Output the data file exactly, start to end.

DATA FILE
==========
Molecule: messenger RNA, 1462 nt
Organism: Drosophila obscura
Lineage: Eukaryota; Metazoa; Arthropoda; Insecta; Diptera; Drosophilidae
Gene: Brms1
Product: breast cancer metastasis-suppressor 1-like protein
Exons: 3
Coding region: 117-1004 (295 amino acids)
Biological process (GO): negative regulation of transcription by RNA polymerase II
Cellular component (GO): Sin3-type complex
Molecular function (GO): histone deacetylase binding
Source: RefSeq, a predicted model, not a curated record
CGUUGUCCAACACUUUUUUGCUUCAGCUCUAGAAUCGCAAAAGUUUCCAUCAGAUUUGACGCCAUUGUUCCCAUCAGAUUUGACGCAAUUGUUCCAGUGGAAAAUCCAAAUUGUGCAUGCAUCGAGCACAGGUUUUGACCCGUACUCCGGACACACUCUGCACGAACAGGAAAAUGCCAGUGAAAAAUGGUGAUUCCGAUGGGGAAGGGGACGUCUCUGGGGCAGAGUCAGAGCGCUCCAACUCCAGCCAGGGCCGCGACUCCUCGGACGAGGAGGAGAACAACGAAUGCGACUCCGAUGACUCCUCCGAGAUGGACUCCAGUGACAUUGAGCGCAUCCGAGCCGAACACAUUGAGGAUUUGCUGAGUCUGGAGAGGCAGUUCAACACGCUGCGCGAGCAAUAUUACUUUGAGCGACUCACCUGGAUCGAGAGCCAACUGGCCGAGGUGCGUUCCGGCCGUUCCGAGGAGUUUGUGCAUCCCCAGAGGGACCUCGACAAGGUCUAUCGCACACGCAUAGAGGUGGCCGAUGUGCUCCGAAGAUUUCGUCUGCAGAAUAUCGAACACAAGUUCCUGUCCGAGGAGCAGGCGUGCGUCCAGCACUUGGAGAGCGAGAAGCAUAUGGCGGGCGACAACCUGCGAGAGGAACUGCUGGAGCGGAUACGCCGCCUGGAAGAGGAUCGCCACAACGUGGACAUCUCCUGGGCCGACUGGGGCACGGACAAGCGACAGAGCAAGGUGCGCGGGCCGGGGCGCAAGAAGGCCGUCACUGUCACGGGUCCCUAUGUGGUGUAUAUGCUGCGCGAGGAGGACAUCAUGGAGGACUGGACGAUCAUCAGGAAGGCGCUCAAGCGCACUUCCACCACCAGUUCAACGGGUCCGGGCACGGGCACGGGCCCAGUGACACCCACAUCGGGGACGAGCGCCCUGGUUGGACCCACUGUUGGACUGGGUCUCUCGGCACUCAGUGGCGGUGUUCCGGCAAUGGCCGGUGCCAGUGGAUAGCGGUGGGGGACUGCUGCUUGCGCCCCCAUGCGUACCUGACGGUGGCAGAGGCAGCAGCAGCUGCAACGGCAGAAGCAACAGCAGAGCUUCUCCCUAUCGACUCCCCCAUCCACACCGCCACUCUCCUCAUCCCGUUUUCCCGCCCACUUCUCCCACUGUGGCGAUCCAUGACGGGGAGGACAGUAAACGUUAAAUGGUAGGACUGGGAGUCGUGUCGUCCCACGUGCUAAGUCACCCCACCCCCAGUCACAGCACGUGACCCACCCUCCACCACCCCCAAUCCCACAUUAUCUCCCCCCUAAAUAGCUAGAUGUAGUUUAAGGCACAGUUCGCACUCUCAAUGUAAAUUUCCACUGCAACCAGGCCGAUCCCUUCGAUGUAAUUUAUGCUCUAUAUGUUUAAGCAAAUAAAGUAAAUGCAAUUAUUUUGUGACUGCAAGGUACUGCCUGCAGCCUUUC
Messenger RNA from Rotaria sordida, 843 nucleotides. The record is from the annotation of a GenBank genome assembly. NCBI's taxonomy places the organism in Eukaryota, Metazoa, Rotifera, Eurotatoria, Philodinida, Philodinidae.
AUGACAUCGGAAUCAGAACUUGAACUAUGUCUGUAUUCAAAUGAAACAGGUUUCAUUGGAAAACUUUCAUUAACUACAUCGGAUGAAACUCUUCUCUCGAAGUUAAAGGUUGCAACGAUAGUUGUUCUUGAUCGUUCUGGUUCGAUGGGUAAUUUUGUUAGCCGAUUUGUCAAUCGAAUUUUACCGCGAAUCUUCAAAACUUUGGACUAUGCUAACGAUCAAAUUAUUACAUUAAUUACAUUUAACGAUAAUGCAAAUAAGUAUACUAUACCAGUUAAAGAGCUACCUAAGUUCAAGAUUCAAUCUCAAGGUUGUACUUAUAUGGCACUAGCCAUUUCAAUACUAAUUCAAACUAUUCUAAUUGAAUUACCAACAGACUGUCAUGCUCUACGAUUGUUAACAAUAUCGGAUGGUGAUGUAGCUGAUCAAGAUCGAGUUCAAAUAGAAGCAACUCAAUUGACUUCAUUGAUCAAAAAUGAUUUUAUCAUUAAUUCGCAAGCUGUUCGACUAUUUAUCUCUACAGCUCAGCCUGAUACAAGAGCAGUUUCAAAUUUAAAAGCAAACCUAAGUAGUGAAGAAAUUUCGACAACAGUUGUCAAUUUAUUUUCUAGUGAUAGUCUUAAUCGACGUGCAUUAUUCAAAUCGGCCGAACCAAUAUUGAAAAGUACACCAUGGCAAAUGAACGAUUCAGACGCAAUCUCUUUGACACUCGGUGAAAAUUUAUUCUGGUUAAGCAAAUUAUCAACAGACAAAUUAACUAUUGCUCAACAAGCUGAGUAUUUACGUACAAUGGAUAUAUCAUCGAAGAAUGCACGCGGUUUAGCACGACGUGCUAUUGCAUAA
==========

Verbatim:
Molecule: messenger RNA, 1462 nt
Organism: Drosophila obscura
Lineage: Eukaryota; Metazoa; Arthropoda; Insecta; Diptera; Drosophilidae
Gene: Brms1
Product: breast cancer metastasis-suppressor 1-like protein
Exons: 3
Coding region: 117-1004 (295 amino acids)
Biological process (GO): negative regulation of transcription by RNA polymerase II
Cellular component (GO): Sin3-type complex
Molecular function (GO): histone deacetylase binding
Source: RefSeq, a predicted model, not a curated record
CGUUGUCCAACACUUUUUUGCUUCAGCUCUAGAAUCGCAAAAGUUUCCAUCAGAUUUGACGCCAUUGUUCCCAUCAGAUUUGACGCAAUUGUUCCAGUGGAAAAUCCAAAUUGUGCAUGCAUCGAGCACAGGUUUUGACCCGUACUCCGGACACACUCUGCACGAACAGGAAAAUGCCAGUGAAAAAUGGUGAUUCCGAUGGGGAAGGGGACGUCUCUGGGGCAGAGUCAGAGCGCUCCAACUCCAGCCAGGGCCGCGACUCCUCGGACGAGGAGGAGAACAACGAAUGCGACUCCGAUGACUCCUCCGAGAUGGACUCCAGUGACAUUGAGCGCAUCCGAGCCGAACACAUUGAGGAUUUGCUGAGUCUGGAGAGGCAGUUCAACACGCUGCGCGAGCAAUAUUACUUUGAGCGACUCACCUGGAUCGAGAGCCAACUGGCCGAGGUGCGUUCCGGCCGUUCCGAGGAGUUUGUGCAUCCCCAGAGGGACCUCGACAAGGUCUAUCGCACACGCAUAGAGGUGGCCGAUGUGCUCCGAAGAUUUCGUCUGCAGAAUAUCGAACACAAGUUCCUGUCCGAGGAGCAGGCGUGCGUCCAGCACUUGGAGAGCGAGAAGCAUAUGGCGGGCGACAACCUGCGAGAGGAACUGCUGGAGCGGAUACGCCGCCUGGAAGAGGAUCGCCACAACGUGGACAUCUCCUGGGCCGACUGGGGCACGGACAAGCGACAGAGCAAGGUGCGCGGGCCGGGGCGCAAGAAGGCCGUCACUGUCACGGGUCCCUAUGUGGUGUAUAUGCUGCGCGAGGAGGACAUCAUGGAGGACUGGACGAUCAUCAGGAAGGCGCUCAAGCGCACUUCCACCACCAGUUCAACGGGUCCGGGCACGGGCACGGGCCCAGUGACACCCACAUCGGGGACGAGCGCCCUGGUUGGACCCACUGUUGGACUGGGUCUCUCGGCACUCAGUGGCGGUGUUCCGGCAAUGGCCGGUGCCAGUGGAUAGCGGUGGGGGACUGCUGCUUGCGCCCCCAUGCGUACCUGACGGUGGCAGAGGCAGCAGCAGCUGCAACGGCAGAAGCAACAGCAGAGCUUCUCCCUAUCGACUCCCCCAUCCACACCGCCACUCUCCUCAUCCCGUUUUCCCGCCCACUUCUCCCACUGUGGCGAUCCAUGACGGGGAGGACAGUAAACGUUAAAUGGUAGGACUGGGAGUCGUGUCGUCCCACGUGCUAAGUCACCCCACCCCCAGUCACAGCACGUGACCCACCCUCCACCACCCCCAAUCCCACAUUAUCUCCCCCCUAAAUAGCUAGAUGUAGUUUAAGGCACAGUUCGCACUCUCAAUGUAAAUUUCCACUGCAACCAGGCCGAUCCCUUCGAUGUAAUUUAUGCUCUAUAUGUUUAAGCAAAUAAAGUAAAUGCAAUUAUUUUGUGACUGCAAGGUACUGCCUGCAGCCUUUC
Messenger RNA from Rotaria sordida, 843 nucleotides. The record is from the annotation of a GenBank genome assembly. NCBI's taxonomy places the organism in Eukaryota, Metazoa, Rotifera, Eurotatoria, Philodinida, Philodinidae.
AUGACAUCGGAAUCAGAACUUGAACUAUGUCUGUAUUCAAAUGAAACAGGUUUCAUUGGAAAACUUUCAUUAACUACAUCGGAUGAAACUCUUCUCUCGAAGUUAAAGGUUGCAACGAUAGUUGUUCUUGAUCGUUCUGGUUCGAUGGGUAAUUUUGUUAGCCGAUUUGUCAAUCGAAUUUUACCGCGAAUCUUCAAAACUUUGGACUAUGCUAACGAUCAAAUUAUUACAUUAAUUACAUUUAACGAUAAUGCAAAUAAGUAUACUAUACCAGUUAAAGAGCUACCUAAGUUCAAGAUUCAAUCUCAAGGUUGUACUUAUAUGGCACUAGCCAUUUCAAUACUAAUUCAAACUAUUCUAAUUGAAUUACCAACAGACUGUCAUGCUCUACGAUUGUUAACAAUAUCGGAUGGUGAUGUAGCUGAUCAAGAUCGAGUUCAAAUAGAAGCAACUCAAUUGACUUCAUUGAUCAAAAAUGAUUUUAUCAUUAAUUCGCAAGCUGUUCGACUAUUUAUCUCUACAGCUCAGCCUGAUACAAGAGCAGUUUCAAAUUUAAAAGCAAACCUAAGUAGUGAAGAAAUUUCGACAACAGUUGUCAAUUUAUUUUCUAGUGAUAGUCUUAAUCGACGUGCAUUAUUCAAAUCGGCCGAACCAAUAUUGAAAAGUACACCAUGGCAAAUGAACGAUUCAGACGCAAUCUCUUUGACACUCGGUGAAAAUUUAUUCUGGUUAAGCAAAUUAUCAACAGACAAAUUAACUAUUGCUCAACAAGCUGAGUAUUUACGUACAAUGGAUAUAUCAUCGAAGAAUGCACGCGGUUUAGCACGACGUGCUAUUGCAUAA